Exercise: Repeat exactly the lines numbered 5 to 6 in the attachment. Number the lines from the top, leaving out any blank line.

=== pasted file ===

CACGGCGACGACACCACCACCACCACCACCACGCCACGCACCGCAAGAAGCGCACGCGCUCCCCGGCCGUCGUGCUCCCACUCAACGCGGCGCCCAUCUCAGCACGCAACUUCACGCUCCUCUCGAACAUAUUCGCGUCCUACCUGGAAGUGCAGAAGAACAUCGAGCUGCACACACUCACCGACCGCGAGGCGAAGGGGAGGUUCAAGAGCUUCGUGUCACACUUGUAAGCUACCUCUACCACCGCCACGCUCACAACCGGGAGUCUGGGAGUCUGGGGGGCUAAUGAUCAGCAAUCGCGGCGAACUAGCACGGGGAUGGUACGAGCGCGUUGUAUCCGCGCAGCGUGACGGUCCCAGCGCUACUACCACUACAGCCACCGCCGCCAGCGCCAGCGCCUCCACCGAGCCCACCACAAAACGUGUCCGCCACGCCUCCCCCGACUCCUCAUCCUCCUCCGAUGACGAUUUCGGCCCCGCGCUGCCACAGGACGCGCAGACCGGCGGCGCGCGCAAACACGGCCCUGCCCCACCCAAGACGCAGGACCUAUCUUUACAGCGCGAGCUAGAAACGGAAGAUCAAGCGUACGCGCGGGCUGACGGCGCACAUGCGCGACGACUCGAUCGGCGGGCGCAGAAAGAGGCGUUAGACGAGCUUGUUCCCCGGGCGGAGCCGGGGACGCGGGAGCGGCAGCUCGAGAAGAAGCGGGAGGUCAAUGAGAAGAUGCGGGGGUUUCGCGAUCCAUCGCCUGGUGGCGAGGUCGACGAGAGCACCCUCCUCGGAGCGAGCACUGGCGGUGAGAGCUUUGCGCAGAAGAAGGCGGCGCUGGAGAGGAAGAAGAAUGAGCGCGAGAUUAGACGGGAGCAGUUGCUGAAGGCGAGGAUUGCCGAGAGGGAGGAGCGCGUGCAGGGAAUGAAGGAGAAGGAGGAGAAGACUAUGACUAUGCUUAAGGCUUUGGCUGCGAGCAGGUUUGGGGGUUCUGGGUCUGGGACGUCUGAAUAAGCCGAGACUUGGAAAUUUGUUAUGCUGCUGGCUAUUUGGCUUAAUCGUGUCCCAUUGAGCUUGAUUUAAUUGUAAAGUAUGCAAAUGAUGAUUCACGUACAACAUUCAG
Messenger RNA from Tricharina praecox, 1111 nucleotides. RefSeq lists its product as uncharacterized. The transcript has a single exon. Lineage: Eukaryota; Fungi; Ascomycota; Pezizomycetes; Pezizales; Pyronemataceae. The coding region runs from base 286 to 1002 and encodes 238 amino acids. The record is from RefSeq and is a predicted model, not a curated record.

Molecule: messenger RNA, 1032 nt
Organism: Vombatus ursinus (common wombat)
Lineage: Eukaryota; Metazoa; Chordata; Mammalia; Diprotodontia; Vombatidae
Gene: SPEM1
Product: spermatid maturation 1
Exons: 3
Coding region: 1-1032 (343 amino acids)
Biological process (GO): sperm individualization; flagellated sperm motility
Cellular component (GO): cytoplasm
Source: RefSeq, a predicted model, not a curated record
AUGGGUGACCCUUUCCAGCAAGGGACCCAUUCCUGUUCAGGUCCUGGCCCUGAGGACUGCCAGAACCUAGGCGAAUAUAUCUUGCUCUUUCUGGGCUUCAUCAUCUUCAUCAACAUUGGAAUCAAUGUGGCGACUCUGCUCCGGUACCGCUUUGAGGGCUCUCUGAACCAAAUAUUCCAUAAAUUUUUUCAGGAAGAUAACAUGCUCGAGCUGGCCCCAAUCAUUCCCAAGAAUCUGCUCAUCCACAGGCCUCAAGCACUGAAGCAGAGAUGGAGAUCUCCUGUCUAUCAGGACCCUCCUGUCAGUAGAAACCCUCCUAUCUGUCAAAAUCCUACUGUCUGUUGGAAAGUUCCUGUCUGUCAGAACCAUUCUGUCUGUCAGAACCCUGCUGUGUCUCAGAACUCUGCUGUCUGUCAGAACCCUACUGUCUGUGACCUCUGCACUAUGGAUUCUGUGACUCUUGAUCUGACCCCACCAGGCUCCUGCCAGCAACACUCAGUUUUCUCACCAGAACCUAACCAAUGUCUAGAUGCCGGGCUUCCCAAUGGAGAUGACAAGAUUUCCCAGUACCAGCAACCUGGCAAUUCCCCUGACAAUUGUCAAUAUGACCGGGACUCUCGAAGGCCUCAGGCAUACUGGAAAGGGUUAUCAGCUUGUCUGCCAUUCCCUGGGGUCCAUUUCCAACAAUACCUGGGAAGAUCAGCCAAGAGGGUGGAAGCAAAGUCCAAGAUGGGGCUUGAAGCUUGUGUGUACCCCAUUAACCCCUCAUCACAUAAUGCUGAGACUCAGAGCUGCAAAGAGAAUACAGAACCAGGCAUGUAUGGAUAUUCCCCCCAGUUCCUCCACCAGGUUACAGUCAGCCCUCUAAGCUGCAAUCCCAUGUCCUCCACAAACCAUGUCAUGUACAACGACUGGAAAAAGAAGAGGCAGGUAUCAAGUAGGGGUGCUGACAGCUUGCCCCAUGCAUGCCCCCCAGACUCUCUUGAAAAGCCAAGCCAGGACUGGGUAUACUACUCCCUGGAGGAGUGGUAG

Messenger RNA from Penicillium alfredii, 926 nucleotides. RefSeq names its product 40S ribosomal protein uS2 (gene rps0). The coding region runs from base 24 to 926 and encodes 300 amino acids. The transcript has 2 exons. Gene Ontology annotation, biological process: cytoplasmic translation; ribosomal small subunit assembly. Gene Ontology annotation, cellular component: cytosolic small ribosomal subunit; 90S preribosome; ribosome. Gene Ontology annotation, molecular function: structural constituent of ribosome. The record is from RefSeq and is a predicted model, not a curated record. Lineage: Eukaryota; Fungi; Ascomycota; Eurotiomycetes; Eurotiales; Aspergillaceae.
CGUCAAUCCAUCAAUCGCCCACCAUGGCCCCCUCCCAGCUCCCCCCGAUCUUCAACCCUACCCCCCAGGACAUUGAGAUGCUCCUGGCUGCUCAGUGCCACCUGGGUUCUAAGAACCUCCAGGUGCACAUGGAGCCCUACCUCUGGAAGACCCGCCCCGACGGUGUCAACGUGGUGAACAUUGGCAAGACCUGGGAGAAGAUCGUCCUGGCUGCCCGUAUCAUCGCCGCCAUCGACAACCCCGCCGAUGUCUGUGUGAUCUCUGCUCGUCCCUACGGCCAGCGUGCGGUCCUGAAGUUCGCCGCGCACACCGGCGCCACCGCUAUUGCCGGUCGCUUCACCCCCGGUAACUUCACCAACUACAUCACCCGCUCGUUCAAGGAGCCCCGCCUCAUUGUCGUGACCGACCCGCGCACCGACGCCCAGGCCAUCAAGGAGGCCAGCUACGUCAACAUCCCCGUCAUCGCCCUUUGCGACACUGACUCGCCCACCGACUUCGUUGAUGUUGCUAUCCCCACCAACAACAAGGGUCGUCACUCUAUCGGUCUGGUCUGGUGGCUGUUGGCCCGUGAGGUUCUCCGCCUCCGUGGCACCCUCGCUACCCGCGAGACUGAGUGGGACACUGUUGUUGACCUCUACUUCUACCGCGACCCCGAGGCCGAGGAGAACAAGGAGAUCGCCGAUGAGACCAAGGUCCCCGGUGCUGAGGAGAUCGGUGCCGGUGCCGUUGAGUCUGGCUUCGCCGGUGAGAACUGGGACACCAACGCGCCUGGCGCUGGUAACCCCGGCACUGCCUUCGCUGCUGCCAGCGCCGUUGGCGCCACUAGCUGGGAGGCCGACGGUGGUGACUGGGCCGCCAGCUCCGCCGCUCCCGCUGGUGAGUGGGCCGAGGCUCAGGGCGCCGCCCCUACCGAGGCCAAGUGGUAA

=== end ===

Lineage: Eukaryota; Metazoa; Chordata; Mammalia; Diprotodontia; Vombatidae
Gene: SPEM1